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The Azulejo Tiles of Portugal

When you first visit Portugal, one of the things that invariably catches your eye is the pervasive presence of ceramics and wall tiles in ornamentation. Whether used as wall facings on the inside and outside of buildings – on churches, palaces or private homes, both in large cities and small villages – ceramic tiles are king in Portuguese decoration. Unlike the rest of Europe, where they are used more sparingly, in Portugal they seem to take over the walls. They feature in two major varieties – polychromed tiling and the signature blue-and-white combination, some of which are technically and aesthetically superb.

This cultural heritage of Moorish origin first took seed in Portugal in the 15th century, having entered the country via neighbouring Spain. It soon became the wall facing of choice among Portuguese royalty. The use and quality of ceramic tile decoration reached their zenith in the 18th century. Nowadays, azulejos are still very much in vogue and large workshops continue to operate.

While ceramics are in evidence throughout the country, following is a selection of the leading sites. They are well worth visiting – both for the exquisiteness of their ornamentation or owing to the presence of a large production centre.


As befits a capital, Lisbon is graced with numerous examples of azulejo tile facings, which even cover the walls of the city’s metro system. Among some unusual landmarks to be found in the city is the Quinta dos Azulejos, housed in the Colégio Manuel Bernardes on Paço do Lumiar street. The sheer decorative beauty of the scenes depicted on the walls in the garden is simply stunning.

However, the main reason for including Lisbon in this tour is the Museu Nacional do Azulejo, where visitors can learn all the ins and outs, production techniques and history of this quintessentially Portuguese element of architectural ornamentation. It is also a good point to start off the tour.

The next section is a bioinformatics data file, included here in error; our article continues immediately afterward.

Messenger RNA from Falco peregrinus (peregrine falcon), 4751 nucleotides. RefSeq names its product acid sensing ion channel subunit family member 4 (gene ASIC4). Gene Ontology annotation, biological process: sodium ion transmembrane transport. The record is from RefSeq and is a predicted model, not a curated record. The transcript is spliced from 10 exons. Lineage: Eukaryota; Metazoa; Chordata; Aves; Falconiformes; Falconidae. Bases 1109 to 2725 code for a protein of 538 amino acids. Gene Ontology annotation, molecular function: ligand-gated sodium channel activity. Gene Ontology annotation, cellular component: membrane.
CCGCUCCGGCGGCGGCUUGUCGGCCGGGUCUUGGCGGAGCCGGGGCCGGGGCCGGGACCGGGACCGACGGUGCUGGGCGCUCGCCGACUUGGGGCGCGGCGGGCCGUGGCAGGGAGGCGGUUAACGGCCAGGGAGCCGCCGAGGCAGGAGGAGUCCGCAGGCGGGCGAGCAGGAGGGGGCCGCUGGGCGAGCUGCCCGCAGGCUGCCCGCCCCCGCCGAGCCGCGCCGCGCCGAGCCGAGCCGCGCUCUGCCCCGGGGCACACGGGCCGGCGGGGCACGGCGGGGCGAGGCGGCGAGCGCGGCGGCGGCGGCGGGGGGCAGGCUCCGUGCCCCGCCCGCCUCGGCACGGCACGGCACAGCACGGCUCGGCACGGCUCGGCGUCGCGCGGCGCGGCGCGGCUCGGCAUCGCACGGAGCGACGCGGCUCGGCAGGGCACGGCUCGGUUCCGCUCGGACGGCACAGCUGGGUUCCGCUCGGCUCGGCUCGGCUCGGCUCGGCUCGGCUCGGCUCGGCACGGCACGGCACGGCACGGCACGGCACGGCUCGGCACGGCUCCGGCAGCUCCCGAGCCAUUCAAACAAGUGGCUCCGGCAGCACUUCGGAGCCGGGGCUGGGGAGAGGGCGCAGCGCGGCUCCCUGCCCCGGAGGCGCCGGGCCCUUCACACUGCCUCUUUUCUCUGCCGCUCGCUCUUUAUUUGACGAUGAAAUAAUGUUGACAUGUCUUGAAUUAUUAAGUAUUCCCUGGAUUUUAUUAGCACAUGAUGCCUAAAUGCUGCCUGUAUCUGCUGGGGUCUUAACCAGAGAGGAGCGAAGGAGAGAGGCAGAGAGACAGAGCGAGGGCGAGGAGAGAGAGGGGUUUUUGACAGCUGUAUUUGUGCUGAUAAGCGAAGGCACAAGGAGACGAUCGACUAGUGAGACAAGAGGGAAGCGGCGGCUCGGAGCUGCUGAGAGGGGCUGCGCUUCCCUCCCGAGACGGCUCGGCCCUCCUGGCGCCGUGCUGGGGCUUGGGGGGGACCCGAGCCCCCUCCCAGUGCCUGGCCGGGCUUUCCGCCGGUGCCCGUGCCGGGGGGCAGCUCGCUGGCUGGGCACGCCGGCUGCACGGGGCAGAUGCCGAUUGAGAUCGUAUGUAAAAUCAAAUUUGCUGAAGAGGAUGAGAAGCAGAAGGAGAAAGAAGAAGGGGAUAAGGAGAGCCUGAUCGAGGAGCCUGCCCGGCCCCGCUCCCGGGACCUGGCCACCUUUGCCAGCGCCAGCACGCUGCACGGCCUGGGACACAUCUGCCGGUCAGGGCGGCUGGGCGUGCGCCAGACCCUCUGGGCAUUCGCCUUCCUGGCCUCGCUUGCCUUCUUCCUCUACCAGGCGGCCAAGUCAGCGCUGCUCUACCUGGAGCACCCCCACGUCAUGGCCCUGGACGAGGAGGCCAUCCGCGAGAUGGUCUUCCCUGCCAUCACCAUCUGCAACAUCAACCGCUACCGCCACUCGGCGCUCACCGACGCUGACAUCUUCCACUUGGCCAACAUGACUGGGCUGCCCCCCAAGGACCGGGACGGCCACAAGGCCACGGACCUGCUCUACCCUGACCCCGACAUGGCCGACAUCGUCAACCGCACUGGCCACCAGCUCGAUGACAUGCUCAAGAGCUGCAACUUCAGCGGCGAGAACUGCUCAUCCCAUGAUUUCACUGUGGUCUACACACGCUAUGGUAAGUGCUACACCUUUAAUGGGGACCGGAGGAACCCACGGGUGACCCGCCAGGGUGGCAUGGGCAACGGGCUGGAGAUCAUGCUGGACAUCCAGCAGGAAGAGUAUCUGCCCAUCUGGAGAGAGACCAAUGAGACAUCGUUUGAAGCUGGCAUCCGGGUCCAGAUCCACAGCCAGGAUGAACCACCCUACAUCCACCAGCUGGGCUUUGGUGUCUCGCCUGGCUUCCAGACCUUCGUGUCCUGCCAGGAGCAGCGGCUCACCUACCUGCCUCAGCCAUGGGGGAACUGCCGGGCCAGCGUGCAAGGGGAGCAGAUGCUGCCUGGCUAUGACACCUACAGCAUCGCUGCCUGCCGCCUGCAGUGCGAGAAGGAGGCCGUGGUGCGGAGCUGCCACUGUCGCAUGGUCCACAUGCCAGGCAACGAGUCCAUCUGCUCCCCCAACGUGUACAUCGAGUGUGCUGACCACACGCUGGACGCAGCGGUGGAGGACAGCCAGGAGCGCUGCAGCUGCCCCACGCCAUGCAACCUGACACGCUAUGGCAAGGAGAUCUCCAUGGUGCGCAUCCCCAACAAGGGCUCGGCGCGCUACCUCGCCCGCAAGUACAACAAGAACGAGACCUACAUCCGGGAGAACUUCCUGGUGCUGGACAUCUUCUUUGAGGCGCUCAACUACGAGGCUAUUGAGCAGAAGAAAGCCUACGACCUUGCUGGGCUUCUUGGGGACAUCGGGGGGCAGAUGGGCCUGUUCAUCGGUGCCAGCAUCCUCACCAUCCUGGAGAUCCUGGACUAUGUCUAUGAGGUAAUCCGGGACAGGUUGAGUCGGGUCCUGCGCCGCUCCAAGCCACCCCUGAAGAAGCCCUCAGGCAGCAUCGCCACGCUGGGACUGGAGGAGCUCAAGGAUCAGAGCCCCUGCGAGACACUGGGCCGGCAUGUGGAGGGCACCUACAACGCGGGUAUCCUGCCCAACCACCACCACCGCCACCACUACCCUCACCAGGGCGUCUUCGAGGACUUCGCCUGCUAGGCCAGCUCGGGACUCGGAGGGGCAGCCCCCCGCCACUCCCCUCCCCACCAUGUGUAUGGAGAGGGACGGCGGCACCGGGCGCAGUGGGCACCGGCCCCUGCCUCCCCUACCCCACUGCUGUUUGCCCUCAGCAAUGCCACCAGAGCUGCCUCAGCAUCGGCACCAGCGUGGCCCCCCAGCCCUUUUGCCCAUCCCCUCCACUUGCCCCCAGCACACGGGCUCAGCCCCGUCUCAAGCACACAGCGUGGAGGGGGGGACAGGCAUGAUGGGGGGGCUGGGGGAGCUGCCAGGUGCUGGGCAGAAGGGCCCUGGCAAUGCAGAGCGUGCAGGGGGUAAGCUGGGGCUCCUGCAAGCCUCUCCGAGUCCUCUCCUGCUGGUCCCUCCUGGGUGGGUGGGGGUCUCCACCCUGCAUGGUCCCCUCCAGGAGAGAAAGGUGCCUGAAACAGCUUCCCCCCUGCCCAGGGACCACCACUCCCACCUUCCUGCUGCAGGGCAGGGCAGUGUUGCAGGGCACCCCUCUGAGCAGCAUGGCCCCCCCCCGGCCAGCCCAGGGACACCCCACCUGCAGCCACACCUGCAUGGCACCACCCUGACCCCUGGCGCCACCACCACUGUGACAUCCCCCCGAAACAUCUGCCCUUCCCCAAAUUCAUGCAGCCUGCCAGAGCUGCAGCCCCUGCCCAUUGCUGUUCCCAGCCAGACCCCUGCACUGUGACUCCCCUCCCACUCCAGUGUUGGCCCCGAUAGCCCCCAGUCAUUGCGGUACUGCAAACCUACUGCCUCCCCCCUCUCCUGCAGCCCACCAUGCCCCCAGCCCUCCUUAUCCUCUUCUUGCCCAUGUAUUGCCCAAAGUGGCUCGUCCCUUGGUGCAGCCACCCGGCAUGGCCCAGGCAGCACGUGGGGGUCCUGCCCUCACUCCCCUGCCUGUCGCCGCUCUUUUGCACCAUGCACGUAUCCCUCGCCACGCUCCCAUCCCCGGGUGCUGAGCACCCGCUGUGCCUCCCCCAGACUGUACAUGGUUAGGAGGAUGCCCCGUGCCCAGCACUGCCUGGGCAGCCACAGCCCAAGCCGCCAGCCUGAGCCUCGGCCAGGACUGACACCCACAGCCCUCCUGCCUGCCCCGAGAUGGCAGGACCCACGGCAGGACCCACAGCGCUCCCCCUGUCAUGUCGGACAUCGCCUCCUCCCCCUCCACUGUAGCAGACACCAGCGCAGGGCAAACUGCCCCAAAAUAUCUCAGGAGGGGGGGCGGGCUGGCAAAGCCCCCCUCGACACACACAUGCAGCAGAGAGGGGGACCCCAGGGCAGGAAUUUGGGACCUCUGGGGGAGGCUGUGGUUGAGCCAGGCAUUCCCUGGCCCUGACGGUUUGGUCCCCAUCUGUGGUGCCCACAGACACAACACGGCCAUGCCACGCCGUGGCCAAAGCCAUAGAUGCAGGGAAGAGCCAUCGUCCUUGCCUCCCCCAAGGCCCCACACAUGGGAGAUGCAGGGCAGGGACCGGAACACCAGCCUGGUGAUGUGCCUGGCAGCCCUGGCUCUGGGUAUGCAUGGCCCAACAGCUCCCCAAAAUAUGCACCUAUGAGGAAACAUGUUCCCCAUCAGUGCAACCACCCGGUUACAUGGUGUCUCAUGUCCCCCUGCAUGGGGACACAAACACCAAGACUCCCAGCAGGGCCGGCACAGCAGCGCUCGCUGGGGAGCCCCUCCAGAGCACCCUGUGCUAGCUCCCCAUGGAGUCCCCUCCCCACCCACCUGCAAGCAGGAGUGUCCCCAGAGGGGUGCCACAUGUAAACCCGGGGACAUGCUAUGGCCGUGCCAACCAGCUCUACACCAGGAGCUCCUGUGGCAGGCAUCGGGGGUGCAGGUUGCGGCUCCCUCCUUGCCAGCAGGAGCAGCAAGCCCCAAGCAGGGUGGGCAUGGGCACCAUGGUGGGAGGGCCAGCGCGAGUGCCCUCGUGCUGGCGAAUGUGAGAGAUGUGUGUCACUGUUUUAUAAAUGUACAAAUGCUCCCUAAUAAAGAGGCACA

This small, beautiful city, also called the “Venice of Portugal” for its canals, which you can sail along in colourful boats known as moliceiros, is enchanting in itself. A coastal city famed for its fishing and salt production, it has a beautiful centre with outstanding examples of Modernist buildings. The authentic jewel of this city is the Railway Station, striking for its ceramic ornamentation and a fitting final flourish to any visit here. The polychromed azulejos feature depictions of railway scenes, as well as motifs from nature, culture and traditional activities. And, while you are in the city, be sure to see the beach with its bathing boxes painted in colourful stripes.


This coastal city is worth visiting for its beaches, but it also boasts a large number of public buildings adorned with azulejos, most of which come from the factories at Vila Nova de Gaia and Aveiro. The plethora of tiled wall facings has earned Ovar the nickname of the “Azulejo Museum City”.


Just six kilometres from Ovar lies the village of Válega, where you should make a point of visiting the Church of Nossa Senhora do Amparo. Its walls are faced, both inside and out, with mostly polychromed tiles, except for the external side walls and back, which are bicoloured in blue-and-white tiles. Construction work on the church began in 1746 and lasted for a whole century.


Ilhavois noteworthy above all for its Vista Alegre Factory, one of the most internationally acclaimed sites in Portugal. Founded by José Ferreira Pinto Basto in the early 19th century for glass and porcelain production, it houses a museum where visitors can learn about ceramics culture through the collections on display and the values associated with Vista Alegre.

Book your Vueling to Lisbon and discover for yourself this wonderful ceramic ornamentation on Portuguese buildings and monuments.

Text by Los Viajes de ISABELYLUIS

Images by Sunny Ripert

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